An experimental investigation by Carol Ryff and associates (University of Wisconsin), published in the March issue of the journal of Psychotherapy & Psychosomatics, underscores the biological consequences of psychological well-being. The article is accompanied by an editorial by Renato Pasquali, Professor of Endocrinology at the University of Bologna.
Increasingly, researchers attend to both positive and negative aspects of mental health. Such distinctions call for clarification of whether psychological well-being and ill-being comprise opposite ends of a bipolar continuum, or are best construed as separate, independent dimensions of mental health. Biology can help resolve this query - bipolarity predicts mirrored biological correlates (i.e. well-being and ill-being correlate similarly with biomarkers, but show opposite directional signs), whereas independence predicts distinct biological correlates (i.e. well-being and ill-being have different biological signatures).
Multiple aspects of psychological well-being (eudaimonic, hedonic) and ill-being (depression, anxiety, anger) were assessed in a sample of aging women (n = 135, mean age = 74) on whom diverse neuroendocrine (salivary cortisol, epinephrine, norepinephrine, DHEA-S) and cardiovascular factors (weight, waist-hip ratio, systolic and diastolic blood pressure, HDL cholesterol, total/HDL cholesterol, glycosylated hemoglobin) were also measured. Measures of psychological well-being and ill-being were significantly linked with numerous biomarkers, with some associations being more strongly evident for respondents aged 75+.
Prof. Renato Pasquali | alfa
New measure for the wellbeing of populations could replace Human Development Index
07.11.2018 | International Institute for Applied Systems Analysis (IIASA)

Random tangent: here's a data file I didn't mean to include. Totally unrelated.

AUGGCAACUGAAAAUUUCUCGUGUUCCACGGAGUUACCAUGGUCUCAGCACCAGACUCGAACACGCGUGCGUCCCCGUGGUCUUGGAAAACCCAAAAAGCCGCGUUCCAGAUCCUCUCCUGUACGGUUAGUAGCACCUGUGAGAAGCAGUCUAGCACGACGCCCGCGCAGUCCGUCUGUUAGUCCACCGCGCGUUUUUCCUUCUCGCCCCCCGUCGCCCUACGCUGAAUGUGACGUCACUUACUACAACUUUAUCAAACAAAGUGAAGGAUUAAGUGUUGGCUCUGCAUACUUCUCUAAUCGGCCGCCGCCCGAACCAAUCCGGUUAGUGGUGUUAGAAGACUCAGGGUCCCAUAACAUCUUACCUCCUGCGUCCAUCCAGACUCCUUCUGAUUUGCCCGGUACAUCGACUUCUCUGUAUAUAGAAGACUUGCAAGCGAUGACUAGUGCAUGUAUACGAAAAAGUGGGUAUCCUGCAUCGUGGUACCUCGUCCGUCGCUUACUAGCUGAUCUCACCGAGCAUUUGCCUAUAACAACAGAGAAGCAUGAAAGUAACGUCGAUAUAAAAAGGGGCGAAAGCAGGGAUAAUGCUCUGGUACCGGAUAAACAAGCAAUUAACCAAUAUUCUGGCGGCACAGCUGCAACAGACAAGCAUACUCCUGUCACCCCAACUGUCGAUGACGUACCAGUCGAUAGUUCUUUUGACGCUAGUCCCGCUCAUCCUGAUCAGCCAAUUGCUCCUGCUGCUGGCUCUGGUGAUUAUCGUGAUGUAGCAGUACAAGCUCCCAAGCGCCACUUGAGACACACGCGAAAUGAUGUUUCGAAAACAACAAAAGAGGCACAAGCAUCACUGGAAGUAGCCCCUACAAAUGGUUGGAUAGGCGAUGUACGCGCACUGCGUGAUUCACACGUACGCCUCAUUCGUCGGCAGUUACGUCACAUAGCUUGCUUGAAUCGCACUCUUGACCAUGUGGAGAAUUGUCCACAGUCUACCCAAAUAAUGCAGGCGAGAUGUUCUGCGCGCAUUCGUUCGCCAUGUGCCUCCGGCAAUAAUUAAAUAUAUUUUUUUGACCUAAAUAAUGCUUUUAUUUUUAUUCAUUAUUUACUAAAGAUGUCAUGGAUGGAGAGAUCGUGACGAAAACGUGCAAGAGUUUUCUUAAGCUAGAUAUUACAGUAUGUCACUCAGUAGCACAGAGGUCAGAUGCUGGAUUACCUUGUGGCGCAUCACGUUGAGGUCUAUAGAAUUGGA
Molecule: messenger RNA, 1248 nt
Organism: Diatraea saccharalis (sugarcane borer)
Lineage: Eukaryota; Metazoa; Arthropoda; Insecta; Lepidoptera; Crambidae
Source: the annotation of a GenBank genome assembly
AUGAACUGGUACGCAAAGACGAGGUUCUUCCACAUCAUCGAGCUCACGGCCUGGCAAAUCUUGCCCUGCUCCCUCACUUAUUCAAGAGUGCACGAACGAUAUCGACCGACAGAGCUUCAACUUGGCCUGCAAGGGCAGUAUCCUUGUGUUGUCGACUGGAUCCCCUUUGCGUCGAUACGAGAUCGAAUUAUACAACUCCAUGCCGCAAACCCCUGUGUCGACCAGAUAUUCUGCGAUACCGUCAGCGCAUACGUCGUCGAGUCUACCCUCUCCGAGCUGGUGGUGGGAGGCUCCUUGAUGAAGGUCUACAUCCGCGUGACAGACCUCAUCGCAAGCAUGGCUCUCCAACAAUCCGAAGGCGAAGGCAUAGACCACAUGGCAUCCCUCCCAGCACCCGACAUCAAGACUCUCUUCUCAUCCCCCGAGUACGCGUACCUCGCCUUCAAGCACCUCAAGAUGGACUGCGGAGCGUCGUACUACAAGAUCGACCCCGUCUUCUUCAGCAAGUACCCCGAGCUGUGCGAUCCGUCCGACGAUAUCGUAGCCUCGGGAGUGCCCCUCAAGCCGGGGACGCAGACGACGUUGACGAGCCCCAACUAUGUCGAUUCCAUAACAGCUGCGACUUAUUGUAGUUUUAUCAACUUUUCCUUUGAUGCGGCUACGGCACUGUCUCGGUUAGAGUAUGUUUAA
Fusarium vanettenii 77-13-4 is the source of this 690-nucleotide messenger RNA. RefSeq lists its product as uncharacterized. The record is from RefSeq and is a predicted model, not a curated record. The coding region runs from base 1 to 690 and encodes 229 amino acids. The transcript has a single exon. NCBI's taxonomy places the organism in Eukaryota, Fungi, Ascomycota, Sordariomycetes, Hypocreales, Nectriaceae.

Because not only arguments count
30.10.2018 | Max-Planck-Institut für Mathematik in den Naturwissenschaften (MPIMIS)
Faster and secure data communication: This is the goal of a new joint project involving physicists from the University of Würzburg. The German Federal Ministry of Education and Research funds the project with 14.8 million euro.
In our digital world data security and secure communication are becoming more and more important. Quantum communication is a promising approach to achieve...
On Saturday, 10 November 2018, the research icebreaker Polarstern will leave its homeport of Bremerhaven, bound for Cape Town, South Africa.
When choosing materials to make something, trade-offs need to be made between a host of properties, such as thickness, stiffness and weight. Depending on the application in question, finding just the right balance is the difference between success and failure
Now, a team of Penn Engineers has demonstrated a new material they call "nanocardboard," an ultrathin equivalent of corrugated paper cardboard. A square...
Physicists at ETH Zurich demonstrate how errors that occur during the manipulation of quantum system can be monitored and corrected on the fly
The field of quantum computation has seen tremendous progress in recent years. Bit by bit, quantum devices start to challenge conventional computers, at least...
Scientists developed specially coated nanometer-sized vehicles that can be actively moved through dense tissue like the vitreous of the eye. So far, the transport of nano-vehicles has only been demonstrated in model systems or biological fluids, but not in real tissue. The work was published in the journal Science Advances and constitutes one step further towards nanorobots becoming minimally-invasive tools for precisely delivering medicine to where it is needed.
Researchers of the “Micro, Nano and Molecular Systems” Lab at the Max Planck Institute for Intelligent Systems in Stuttgart, together with an international...
09.11.2018 | Event News
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12.11.2018 | Life Sciences
12.11.2018 | Materials Sciences
12.11.2018 | Physics and Astronomy